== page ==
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Tim McVeigh's Motion & Brief To Delay Destroying The Murrah Building
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[Here's Tim McVeigh's 5/95 motion to delay destroying the Murrah Bldg so that it could be searched for evidence to prove his innocence. However, the Judge didn't buy it and allowed the demolition.]
IN THE UNITED STATES DISTRICT COURT FOR THE
WESTERN DISTRICT OF OKLAHOMA
) Case No. M-95-98-H
UNITED STATES OF AMERICA, )
Plaintiff, ) DEFENDANT'S MOTION TO PRESERVE
) EVIDENCE SCHEDULED TO BE DESTROYED BY
) THE GOVERNMENT, AND BRIEF IN SUPPORT
) IMMEDIATE RULING REQUIRED
TIMOTHY JAMES McVEIGH, ) CRIME SCENE SCHEDULED FOR
Defendant. ) DESTRUCTION AS EARLY AS MAY 18,
COMES NOW the Defendant, Timothy James McVeigh, by and through his undersigned counsel, and respectfully requests that the Court enter an order prohibiting the United States Government from destroying the Alfred P. Murrah Building, the site of the explosion that occurred on April 19, 1995, for not more than thirty (30) days in order for counsel for Mr. McVeigh to have adequate time to investigate the scene of the explosion and retain experts to conduct that investigation. Defendant further requests that the Court shorten the response and hearing times provided for in the Local Rules of the United States District Court for the Western District of Oklahoma for purposes of this Motion, or alternatively, that the Court order that any demolition of the Murrah Building be delayed pending the government's response and the hearing on Defendant's Motion. In support of this Motion the Defendant submits the following brief:
BRIEF IN SUPPORT OF DEFENDANT'S MOTION TO PRESERVE EVIDENCE SCHEDULED TO BE DESTROYED BY THE GOVERNMENT
On May 9, 1995, in response to the Defendant, Timothy James McVeigh's "Motion for Preservation of Evidence", this Court denied Defendant's request for oversight controls on the government's investigation of the site on which the explosion which gives rise to this matter occurred. In that Order, Magistrate Howland found that:
On April 19, 1995, at approximately 9:00 a.m., a bomb explosion extensively damaged the Alfred P. Murrah Federal Building in downtown Oklahoma City, and caused a large number of injuries and deaths. Investigation resulted in the filing of a complaint, and defendant's initial appearance on April 21, 1995, in accordance with Fed. R. Crim. P. 5.
The Assistant United States Attorney, Arlene Joplin, stated at this hearing that the United States would seek the death penalty as prescribed in the charge, 18 U.S.C. 844(f), and Susan Otto, Federal Public Defender, was appointed to represent defendant. Following the recommendation of the Federal Public Defender, the Court appointed John W. Coyle, III as co- counsel. Appointment of at least two attorneys is statutorily required and the selection of the specific attorneys is in the discretion of the Court in capital cases upon recommendation of the Federal Public Defender Organization, 18 U.S.C. 3005. On April 26, 1995, the Court denied without prejudice motions filed on behalf of defendant involving a motion to transfer, the application and motions of defense counsel to withdraw and for appointment of substitute counsel. The preliminary examination was held conjointly with the detention hearing at the El Reno Federal Correctional Institute on April 27, 1995. The Court found at that hearing that there was ample probable cause to find the defendant committed the offense alleged in the complaint, that defendant should remain in pretrial detention, and at this time the case awaits further proceedings in District Court. The motion to preserve eyewitness identification was initially presented orally at the preliminary examination and the Court requested a written motion, supporting brief and a response from the plaintiff.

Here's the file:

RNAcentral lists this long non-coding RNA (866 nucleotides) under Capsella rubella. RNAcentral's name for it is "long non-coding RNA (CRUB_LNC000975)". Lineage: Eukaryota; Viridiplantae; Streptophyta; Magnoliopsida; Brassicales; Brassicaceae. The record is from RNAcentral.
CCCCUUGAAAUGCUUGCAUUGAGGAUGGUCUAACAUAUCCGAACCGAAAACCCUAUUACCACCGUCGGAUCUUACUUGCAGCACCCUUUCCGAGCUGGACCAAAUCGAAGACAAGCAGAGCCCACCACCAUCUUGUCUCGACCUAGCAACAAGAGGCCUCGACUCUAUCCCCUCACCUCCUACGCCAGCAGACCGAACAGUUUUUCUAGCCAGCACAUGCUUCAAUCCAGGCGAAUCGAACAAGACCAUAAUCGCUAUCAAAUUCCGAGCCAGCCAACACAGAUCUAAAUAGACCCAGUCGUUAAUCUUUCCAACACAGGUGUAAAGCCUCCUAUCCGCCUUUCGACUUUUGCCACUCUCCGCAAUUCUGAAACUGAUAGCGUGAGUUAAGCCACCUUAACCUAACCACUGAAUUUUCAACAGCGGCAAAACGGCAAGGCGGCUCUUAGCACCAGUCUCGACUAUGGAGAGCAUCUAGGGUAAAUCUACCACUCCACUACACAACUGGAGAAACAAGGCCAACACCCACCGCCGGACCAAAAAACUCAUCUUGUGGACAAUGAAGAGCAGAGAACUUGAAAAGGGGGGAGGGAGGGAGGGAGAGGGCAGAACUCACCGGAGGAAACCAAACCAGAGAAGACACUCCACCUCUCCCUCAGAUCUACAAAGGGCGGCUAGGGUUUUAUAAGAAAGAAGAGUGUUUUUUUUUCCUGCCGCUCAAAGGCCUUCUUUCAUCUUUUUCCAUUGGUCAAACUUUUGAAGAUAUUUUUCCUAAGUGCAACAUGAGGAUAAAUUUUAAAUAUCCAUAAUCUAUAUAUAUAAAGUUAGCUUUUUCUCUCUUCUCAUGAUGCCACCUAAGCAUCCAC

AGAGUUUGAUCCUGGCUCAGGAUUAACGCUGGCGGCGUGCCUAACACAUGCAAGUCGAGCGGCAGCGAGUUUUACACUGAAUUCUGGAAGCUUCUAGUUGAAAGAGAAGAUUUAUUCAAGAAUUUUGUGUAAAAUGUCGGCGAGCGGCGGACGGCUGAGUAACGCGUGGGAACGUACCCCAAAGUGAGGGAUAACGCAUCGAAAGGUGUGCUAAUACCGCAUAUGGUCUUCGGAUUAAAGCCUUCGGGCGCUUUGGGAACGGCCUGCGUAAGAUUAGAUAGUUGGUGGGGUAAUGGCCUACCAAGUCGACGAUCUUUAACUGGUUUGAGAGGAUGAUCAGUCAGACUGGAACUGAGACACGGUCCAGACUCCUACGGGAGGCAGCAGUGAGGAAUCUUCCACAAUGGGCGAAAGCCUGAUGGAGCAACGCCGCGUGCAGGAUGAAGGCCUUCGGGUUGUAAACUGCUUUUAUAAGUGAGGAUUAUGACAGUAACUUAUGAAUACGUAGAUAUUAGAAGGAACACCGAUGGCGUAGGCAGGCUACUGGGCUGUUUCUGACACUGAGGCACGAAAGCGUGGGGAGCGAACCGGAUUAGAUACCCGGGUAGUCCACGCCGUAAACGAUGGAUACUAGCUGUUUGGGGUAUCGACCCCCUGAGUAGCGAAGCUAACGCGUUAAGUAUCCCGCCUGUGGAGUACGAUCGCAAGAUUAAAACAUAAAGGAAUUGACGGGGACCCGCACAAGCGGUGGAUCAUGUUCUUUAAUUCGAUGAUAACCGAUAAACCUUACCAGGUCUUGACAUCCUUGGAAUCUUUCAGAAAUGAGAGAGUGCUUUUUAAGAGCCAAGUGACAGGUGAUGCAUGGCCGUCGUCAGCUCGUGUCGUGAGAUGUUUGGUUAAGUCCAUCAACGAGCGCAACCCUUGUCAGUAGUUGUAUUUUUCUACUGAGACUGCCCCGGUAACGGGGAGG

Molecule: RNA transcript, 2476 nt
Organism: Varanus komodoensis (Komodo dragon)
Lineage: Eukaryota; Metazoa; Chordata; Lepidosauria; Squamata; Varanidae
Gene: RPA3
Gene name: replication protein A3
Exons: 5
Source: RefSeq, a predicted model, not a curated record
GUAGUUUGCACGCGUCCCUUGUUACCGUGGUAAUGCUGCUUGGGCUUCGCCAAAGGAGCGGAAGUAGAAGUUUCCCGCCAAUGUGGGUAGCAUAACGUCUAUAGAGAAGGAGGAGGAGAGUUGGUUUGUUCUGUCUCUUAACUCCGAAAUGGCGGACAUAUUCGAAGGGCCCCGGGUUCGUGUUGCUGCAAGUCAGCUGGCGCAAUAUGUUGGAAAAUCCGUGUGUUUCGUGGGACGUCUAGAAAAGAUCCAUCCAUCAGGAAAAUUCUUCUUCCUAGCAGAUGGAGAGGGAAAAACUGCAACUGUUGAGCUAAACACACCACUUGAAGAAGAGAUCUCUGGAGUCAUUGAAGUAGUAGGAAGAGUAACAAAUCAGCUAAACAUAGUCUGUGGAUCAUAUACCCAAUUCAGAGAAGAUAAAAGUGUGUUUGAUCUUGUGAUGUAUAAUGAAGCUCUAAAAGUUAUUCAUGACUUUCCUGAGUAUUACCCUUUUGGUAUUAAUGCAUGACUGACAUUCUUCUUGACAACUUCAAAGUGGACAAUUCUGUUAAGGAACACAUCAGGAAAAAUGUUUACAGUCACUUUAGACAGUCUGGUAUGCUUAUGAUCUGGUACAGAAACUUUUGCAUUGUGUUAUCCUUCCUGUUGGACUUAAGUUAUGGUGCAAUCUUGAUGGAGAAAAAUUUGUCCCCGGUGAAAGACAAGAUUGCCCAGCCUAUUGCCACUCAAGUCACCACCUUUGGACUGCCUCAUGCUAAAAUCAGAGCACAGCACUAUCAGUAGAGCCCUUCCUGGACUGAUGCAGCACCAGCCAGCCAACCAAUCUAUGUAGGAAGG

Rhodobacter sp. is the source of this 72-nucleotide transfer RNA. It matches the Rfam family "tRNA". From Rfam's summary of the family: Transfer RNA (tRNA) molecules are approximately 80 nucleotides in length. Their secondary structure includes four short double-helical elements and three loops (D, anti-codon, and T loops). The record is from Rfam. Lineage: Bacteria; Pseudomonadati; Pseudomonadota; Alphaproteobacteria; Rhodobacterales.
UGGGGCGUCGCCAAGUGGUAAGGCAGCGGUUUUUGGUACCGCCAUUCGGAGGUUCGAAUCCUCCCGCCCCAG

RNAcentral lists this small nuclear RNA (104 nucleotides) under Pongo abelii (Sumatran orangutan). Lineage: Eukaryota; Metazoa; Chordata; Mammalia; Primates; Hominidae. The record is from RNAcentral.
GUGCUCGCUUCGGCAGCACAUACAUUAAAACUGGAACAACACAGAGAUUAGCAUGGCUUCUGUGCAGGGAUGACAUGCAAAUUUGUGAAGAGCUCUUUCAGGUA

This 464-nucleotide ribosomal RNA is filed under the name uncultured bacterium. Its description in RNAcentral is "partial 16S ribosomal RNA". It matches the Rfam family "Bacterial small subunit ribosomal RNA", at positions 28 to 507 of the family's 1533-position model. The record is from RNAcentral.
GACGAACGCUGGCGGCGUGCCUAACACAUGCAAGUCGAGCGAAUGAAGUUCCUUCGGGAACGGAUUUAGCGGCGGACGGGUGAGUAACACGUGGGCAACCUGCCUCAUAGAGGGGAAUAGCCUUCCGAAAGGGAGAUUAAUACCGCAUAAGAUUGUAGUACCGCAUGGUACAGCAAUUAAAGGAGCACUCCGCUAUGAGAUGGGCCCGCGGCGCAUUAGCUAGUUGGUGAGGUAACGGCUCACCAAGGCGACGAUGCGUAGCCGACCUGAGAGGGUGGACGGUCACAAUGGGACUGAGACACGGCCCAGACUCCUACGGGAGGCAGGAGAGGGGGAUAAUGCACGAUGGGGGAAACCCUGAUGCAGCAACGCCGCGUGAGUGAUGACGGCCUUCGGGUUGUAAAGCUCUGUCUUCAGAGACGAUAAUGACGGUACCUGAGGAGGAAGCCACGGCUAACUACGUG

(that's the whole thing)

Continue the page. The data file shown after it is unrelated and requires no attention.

The Court's Order was entered without prejudice to subsequent filings, and in that Order, the Court specifically stated:
In the "Motion for Preservation of Evidence", the Defendant seeks accessibility to material used by Government experts in testing including the residue remaining from government tests. The Defendant cites several state and federal cases in the American Bar Association Standards for Criminal Justice as supportive of this proposition. However, these cases analyze evidence, issues in a post-indictment setting. There is no factual basis or other specification of the mishandling of physical evidence under circumstances that would require some preemptory and unprecedented intervention by the Court. . .
May 9, 1995, Order at 5-6, [emphasis added]. See Order attached as Exhibit "A". [I-L Note: Not attached but file is available in Library.]
In the Government's Response to the Defendant's original Motion which gave rise to the Order just quoted, the Government specifically stated that:
The Government is fully aware of and fully intends to honor at the appropriate time its disclosure obligations under Brady and any applicable rule of discovery. Indeed as the party with the ultimate burden not only approving alleged crimes beyond a reasonable doubt, but also bringing to justice every perpetrator of the bombing of the Murrah Building, the Government has a vital interest in gathering and preserving all material evidence. . Government's Response at 4-5.